What Is Eczema?
Eczema is a chronic, non-infectious, inflammatory skin condition characterized by an itchy rash. It affects around 15% of children but most grow out of it and only 2-4% of adults have it. When they do however, adults tend to experience the more severe kind.
People who have eczema tend to experience phases of more and less severe symptoms. Acute flare-ups can have a marked negative impact on quality of life. Extreme itching can make concentrating and sleeping very difficult, while visible rashes can lead to embarrassment. However, if you take good care of your skin and avoid triggers, it is usually possible to live a fairly normal life.
For those interested in seeing images of eczema, check out this link by WebMD: A Visual Guide To Eczema. But bear in mind that the images are graphic and may require a strong stomach.
What Are The Symptoms Of Eczema?
Eczema tends to come and go in bouts. During a flare-up skin can become red and itchy - where itching is the main symptom and can often be unbearable - and sometimes develop blisters that break and weep. Over time skin may thicken and become dry, cracked and rough.
What Is The Difference Between Eczema And Dermatitis?
Dermatitis and eczema are both terms for inflammation of the skin characterized by red, dry patches and rashes. The terms are often used interchangeably and there is an overlap. Some specific conditions however, are known better by just one of the two names. Eczema and atopic dermatitis, for instance, are used interchangeably, but doctors generally don't substitute contact dermatitis for eczema and vice versa.
Several different types of eczema and dermatitis exist, and it is possible to have more than one type at the same time. Some forms also cause blistering and peeling and most forms are chronic. Contact dermatitis is an exception that is caused by an allergic reaction to an irritant and can be prevented avoiding the irritant.
The Different Types Of Eczema And Dermatitis
Atopic Dermatitis Or Eczema
This tends to be chronic and is characterized by an itchy, red rash. It usually appears around the joints and the neck. It tends to occur in bouts and symptoms include dry skin, flaky or scaly patches, itching, and less commonly, weeping sores.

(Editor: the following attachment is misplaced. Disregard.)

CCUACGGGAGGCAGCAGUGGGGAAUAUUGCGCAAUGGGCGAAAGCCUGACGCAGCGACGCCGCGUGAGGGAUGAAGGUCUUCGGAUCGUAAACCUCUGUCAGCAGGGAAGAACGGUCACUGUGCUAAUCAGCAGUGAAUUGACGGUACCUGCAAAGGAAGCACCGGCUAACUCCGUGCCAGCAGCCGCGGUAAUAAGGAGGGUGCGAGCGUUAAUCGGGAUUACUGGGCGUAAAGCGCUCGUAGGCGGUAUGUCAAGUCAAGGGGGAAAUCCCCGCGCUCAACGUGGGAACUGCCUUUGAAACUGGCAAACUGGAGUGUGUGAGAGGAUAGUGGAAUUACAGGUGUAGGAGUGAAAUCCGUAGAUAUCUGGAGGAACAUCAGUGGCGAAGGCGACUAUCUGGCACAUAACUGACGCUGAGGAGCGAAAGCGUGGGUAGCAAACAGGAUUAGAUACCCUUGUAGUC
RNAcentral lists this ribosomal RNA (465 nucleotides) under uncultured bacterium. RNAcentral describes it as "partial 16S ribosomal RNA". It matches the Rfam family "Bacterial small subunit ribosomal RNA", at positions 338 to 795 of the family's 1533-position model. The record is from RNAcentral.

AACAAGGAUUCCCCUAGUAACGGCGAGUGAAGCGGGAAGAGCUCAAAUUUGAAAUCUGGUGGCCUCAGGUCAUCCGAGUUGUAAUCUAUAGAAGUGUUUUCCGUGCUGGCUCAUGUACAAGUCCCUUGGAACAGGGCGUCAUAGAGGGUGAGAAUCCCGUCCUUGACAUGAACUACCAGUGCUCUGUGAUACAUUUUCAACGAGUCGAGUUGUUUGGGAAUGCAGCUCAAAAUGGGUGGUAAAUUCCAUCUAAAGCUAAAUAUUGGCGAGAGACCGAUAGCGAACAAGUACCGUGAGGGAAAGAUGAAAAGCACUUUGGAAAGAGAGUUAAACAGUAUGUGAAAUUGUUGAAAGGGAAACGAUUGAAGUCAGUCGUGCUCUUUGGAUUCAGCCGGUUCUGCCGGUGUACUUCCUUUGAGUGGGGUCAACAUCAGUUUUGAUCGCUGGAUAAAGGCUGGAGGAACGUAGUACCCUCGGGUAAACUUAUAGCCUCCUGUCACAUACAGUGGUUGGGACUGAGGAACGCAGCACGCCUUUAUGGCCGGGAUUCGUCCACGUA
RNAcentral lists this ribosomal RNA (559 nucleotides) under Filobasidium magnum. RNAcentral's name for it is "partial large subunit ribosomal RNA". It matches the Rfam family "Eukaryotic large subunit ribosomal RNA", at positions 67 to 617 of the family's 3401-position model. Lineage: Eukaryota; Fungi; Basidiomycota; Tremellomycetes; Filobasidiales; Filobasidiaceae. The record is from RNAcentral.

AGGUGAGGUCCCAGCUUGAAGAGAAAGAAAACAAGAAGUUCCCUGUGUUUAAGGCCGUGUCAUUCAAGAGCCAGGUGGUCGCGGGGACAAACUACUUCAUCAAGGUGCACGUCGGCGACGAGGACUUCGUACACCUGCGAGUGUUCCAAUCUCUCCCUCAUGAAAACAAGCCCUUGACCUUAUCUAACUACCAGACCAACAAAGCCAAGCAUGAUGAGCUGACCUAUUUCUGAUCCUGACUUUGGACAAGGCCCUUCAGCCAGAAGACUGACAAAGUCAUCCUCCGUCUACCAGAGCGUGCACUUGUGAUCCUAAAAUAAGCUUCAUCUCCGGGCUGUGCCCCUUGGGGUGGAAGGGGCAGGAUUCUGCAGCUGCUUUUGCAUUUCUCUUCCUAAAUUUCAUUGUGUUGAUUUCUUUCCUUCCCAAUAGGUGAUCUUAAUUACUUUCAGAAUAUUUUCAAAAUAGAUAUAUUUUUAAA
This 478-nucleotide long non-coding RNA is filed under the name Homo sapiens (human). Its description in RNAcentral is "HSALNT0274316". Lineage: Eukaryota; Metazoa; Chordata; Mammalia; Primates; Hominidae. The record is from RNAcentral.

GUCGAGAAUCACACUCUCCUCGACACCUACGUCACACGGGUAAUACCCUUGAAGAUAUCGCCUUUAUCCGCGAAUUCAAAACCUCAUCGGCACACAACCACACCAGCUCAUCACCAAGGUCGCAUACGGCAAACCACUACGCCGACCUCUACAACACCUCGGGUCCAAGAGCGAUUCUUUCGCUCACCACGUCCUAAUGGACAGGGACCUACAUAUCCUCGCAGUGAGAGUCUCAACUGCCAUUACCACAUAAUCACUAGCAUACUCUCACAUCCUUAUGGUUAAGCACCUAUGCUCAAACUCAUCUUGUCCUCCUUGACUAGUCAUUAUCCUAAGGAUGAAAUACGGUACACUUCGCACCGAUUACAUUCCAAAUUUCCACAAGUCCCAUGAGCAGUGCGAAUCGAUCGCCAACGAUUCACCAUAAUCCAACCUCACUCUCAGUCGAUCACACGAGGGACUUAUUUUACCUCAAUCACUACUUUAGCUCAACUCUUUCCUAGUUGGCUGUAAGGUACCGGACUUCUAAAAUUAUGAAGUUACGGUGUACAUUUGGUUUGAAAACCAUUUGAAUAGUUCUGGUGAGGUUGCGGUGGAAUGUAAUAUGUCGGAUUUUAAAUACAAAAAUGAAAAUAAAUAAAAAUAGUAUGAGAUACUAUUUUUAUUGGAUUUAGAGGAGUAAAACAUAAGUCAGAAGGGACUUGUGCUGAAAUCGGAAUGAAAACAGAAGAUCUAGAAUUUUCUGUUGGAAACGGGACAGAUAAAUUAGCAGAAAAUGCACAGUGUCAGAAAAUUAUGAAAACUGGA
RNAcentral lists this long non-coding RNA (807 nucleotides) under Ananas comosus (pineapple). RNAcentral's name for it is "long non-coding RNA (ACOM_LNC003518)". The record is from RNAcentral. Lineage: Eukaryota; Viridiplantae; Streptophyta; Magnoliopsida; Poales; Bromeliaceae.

Contact dermatitis is an allergic reaction to an irritant. Symptoms include a red rash that may itch, burn or sting. You may also develop liquid-filled blisters.
This commonly affects areas with high sebaceous gland density such as the scalp, and is also known as dandruff. It has a scaly, dry appearance and may be caused by a reaction to the malassezia fungus that lives on your skin. Other symptoms include redness and rashes. It is also known as seborrhoea, cradle cap, sebopsoriasis, and pityriasis capitis.
This is a rash in which bumps develop around the mouth. It is worth mentioning here as it has become more common with the rising use of face masks. If there's no infection, the simplest course of treatment involves being gentle with your skin to avoid further irritation and to allow the skin barrier to rebuild. You can do this by using a gentle cleanser, such as our Hydrating Gentle Daily Cleanser, and a moisturiser designed for irritated and sensitive skin, such as our Million Dollar Moisturiser.
Other Types Of Eczema And Dermatitis
stasis dermatitis (varicose eczema, gravitational eczema)
asteatotic eczema (eczema cracquelée)
What Causes Eczema?
Our skin has layers of which the outermost is called the epidermis. The epidermis is further subdivided and its outermost layer is called the stratum corneum. This is the visible part of the skin that protects the body from the outside world. The epidermis renews itself constantly as new cells from the lowest layer make their way up to the surface and dead cells are shed off.
In people with eczema, the stratum corneum is damaged by an immune response and is unable to provide sufficient protection from external stressors such as irritants, allergens and germs. Eczema is also possibly caused by a mutation in the gene responsible for filaggrin production, where filaggrin is an essential protein that decomposes to form the skin’s natural moisturising factor (NMF). This results in a poorly formed stratum corneum that is more prone to water loss and more permeable to irritants that can illicit an immune response.
30-40% of people who have eczema have an allergic type and also tend to have other more severe skin problems, hay fever and allergic asthma. Their immune system has a tendency to overreact to allergens such as dust mites and pollen, and certain foods such as milk, eggs, nuts and fish. Blood tests that can detect antibodies in the blood are able to diagnose these allergies.
While genes play a major role in the development of eczema, some external factors are thought to be at play as well. These include pollution and increased hygiene - based on the observation that children with several siblings, or a dog, have a lower probability of developing eczema. This is possibly because they are exposed to germs at an earlier age resulting in a better trained immune system.
The skin can also be irritated by non-allergenic environmental factors such as rough fabrics, cigarette smoke and extremes in temperature.